Senators McCaskill (D-MO), Dorgan (D-ND), Conrad (D-ND), Webb (D-MI), Lugar (R-IN), Murkowski (R-AK), and Bennett (R-UT) should be commended for showing some political courage by casting their vote for cloture. On the other hand, Senators Brownback (R-KS), Snowe (R-ME), Kirk (R-IL), Brown (R-MA), Collins (R-ME), and Lemieux (R-FL) were disappointing in their collusion with the obstructionists who wanted to stop the bill from being considered on the merits. Senator Joe Manchin (D-WV) and Orrin Hatch (R-UT, a previous cosponsor of the bill), avoided voting altogether.
In the weeks leading up to the votes in the House and Senate, the Administration also made a push for the DREAM Act, as previously noted in this blog post.
Bad Times for ICE: For the next two years, little is expected from Congress, and attention will be shifting to the Obama Administration and the enforcement agency, Immigration and Customs Enforcement (ICE). While ICE is often portrayed as a villain by some advocates, in reality, especially in this case, it is Congress’s failure to fix the broken immigration law that leaves ICE stuck with enforcing a law that makes no sense. DREAM advocates and their many supporters will be looking to the Administration for some sort of relief for the students. If ICE shows leniency, it will come under pressure from members of Congress who want nothing more than the deportation of every one of the DREAM students. If the agency goes after the students, they will come under pressure from members of Congress who are supporters of DREAM. They will also have to contend not just with the network of students who will come to each other’s aid, but with the millions of Americans who have become supporters of the students during this fight, and who will now do everything they can to protect the students.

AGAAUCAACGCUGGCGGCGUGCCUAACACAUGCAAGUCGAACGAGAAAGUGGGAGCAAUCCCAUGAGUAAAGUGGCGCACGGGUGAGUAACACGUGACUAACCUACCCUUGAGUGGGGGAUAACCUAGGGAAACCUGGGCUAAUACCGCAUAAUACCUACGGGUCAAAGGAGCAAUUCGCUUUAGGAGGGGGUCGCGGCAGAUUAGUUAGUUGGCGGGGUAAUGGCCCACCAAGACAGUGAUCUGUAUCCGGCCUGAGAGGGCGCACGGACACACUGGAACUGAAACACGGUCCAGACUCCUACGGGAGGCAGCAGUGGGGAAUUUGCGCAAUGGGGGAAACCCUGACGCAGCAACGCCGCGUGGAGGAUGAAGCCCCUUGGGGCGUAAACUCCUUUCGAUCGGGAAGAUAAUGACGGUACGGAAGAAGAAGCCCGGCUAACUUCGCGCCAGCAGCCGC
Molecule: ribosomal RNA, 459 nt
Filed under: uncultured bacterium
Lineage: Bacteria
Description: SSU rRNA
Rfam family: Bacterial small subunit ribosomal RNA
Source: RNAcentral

It’s probably safe to say that DREAM students will be very low priority enforcement targets for ICE.
Follow-up: Let your Senators know how you feel. Send a letter to your Senators to express your thanks for their support for the DREAM Act or to express your disappointment in their rejection of this common sense solution. You can send a letter from our Web site.
December 21, 2010 - Posted by Maurice Belanger
On December 18, the Senate voted on a motion to end a threatened filibuster against the DREAM Act. A majority of senators supported the motion, but it failed to get the necessary 60-vote supermajority. Once again, a minority of Senators succeeded in preventing the Senate from solving a problem, and the problem will be kicked over to a future Congress. (For more on how the vote went, read our policy update.)
As is common in these polarized times, anyone who was listening to the debate might have thought that Republicans and Democrats were talking about two entirely different bills, or were talking about two entirely different populations of people who would benefit from the bill.
The Saturday morning debate was conducted concurrently with debate on the repeal of “Don’t Ask, Don’t Tell,” which the Senate also voted on. For those speaking against the DREAM Act, there were several recurring themes, none of them convincing.
Lindsey Graham, Jon Kyl, and others insisted that “we cannot have any legalization program before we secure the borders.” “Our citizens have a right to be safe and secure.” It’s hard to argue with that. What these Senators neglected to mention, though, is that the government has greatly escalated border enforcement in the last few years. Most recently, an additional $600 million was allocated for border security in an “emergency” spending bill passed in August. The Border Patrol budget is now $3 billion—nine times what it was in 1992.
With all of the federal resources on top of state and local resources, several border communities now rank among the safest in the U.S. El Paso, Texas, was recently ranked as having the lowest crime rate of all cities in the U.S. with a population of 500,000 or more. A recent survey of border residents along the length of the border found that a majority feel safe in their neighborhoods. The border is secure. It’s time to move beyond an argument that had more relevance a decade ago.